Everything about Landscope Christie's International Real Estate and the Hong Kong luxury property market

Wealth Effect

Despite the recent roller coaster ride of the worldwide stock markets, Hong Kong luxury residential market recorded steady growth in both transaction volume and price movement in recent months, as some prudent stock investors were quick on the mark to take profit and move to property market.

For some luxury properties that had previously experienced sluggish sales, the pace of sales has picked up. In one prominent high-rise super-luxury building completed last year, sales volume in the recent four weeks is 80% of the total sales in the last 12 months. It is not surprising that the stock market has brought about a "wealth effect", which results in investors seeking alternative investments. As is well known, the high end residential market has a chronic shortage of supply. The problem is becoming more acute as the upper classes, whose wealth has inflated on the back of a strong economy, are upgrading their living accommodation or are making property investment to spread the risks in equity markets.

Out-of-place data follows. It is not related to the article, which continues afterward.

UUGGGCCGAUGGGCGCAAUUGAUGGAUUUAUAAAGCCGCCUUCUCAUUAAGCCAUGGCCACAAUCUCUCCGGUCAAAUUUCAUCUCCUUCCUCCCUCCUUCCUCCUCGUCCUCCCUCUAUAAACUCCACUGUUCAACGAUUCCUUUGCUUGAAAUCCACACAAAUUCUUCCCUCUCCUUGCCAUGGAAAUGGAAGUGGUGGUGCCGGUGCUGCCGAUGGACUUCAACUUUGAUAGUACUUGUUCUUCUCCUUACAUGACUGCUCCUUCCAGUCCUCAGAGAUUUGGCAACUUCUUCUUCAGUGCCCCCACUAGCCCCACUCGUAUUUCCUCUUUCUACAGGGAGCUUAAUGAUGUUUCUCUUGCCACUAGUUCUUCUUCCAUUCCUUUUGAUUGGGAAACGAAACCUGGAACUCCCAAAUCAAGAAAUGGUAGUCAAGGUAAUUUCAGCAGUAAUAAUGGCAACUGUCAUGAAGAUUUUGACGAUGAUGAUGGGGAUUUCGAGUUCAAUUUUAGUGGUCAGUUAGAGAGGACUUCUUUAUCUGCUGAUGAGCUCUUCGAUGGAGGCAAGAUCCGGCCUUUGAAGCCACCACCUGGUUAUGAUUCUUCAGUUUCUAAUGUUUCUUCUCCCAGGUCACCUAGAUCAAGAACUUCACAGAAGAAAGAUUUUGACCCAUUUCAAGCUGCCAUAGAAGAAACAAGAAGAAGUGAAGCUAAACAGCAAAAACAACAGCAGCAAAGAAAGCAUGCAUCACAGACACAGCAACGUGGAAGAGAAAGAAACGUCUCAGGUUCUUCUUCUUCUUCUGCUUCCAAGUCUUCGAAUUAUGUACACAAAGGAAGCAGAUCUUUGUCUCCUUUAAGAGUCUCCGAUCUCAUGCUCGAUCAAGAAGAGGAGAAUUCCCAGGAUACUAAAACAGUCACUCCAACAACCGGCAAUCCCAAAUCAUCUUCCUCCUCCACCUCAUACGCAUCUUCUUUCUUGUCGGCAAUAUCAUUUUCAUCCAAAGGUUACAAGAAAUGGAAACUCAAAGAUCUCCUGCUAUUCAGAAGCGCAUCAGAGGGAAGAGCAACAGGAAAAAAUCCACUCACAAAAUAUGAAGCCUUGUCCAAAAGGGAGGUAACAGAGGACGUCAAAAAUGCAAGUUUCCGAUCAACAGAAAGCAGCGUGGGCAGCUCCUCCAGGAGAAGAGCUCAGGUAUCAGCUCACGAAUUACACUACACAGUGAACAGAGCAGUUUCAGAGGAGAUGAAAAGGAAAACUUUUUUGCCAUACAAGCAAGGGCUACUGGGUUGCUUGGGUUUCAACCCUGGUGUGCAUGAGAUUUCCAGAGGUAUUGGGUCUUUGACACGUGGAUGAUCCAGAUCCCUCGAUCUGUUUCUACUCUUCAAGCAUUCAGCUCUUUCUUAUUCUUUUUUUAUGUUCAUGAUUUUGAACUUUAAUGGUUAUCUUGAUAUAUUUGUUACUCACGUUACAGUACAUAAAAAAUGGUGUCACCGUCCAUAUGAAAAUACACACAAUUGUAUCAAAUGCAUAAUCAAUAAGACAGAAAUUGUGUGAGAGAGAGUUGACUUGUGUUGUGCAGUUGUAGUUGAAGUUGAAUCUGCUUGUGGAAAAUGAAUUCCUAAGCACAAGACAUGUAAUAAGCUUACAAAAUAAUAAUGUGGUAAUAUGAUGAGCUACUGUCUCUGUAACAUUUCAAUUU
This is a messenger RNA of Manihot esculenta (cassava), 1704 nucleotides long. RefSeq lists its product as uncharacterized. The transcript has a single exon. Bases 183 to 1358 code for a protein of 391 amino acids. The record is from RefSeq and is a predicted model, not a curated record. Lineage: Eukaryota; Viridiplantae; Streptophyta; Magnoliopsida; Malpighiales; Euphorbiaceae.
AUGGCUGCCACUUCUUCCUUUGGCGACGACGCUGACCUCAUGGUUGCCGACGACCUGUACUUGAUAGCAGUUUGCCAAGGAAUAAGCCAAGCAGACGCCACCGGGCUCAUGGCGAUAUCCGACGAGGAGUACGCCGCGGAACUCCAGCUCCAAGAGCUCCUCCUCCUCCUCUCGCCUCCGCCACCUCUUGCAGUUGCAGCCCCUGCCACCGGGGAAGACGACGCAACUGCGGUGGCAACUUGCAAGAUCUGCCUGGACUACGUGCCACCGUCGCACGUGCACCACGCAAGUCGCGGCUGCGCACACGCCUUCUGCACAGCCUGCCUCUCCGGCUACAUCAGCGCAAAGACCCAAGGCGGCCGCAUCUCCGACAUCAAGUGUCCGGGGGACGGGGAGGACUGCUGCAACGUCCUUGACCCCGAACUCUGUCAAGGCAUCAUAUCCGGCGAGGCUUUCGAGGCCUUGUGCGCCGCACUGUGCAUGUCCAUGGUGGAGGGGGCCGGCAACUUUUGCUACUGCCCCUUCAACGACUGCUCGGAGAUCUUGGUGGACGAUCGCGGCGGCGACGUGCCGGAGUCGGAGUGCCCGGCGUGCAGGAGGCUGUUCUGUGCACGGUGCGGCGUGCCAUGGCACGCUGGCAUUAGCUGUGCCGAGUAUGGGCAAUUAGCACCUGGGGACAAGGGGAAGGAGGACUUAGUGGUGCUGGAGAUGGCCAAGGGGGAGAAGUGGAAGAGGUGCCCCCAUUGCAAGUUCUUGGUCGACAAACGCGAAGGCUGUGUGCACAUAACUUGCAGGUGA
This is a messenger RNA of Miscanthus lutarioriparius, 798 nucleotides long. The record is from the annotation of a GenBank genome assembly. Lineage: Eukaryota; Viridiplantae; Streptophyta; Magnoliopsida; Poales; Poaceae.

Despite this bullish outlook, the liquidity problems arising out of the subprime mortgage market in the U.S. have repercussions worldwide, causing grave concerns among states and governments. Last week, several major central banks had joined hands in injecting new capital to the banking system in an effort to stem the credit squeeze. It is still too early to assess the full impact of this financial trouble on local property market, as the problems surfaced so far may be just the tip of the iceberg. But already local and regional stock markets have become jittery on any bad news coming from the west. This has prompted some investors to leave the stock market and head for the property market. After all, local property market is renowned for its high efficiency, high transparency and high liquidity. However, if the subprime mortgage troubles in the U.S. aggravate to the extent of dampening consumption power, the rippling effect would be a slow down of China's export market, which in turn will cool down the stock markets in China and Hong Kong. What happens next should be closely monitored.

The high end property market in Hong Kong is characterised by its high investment value and a high proportion of investment activities involving international players, so it will not be immune to any adverse effects flowing from the worldwide investment markets. Although we are still confident of Hong Kong

By K S Koh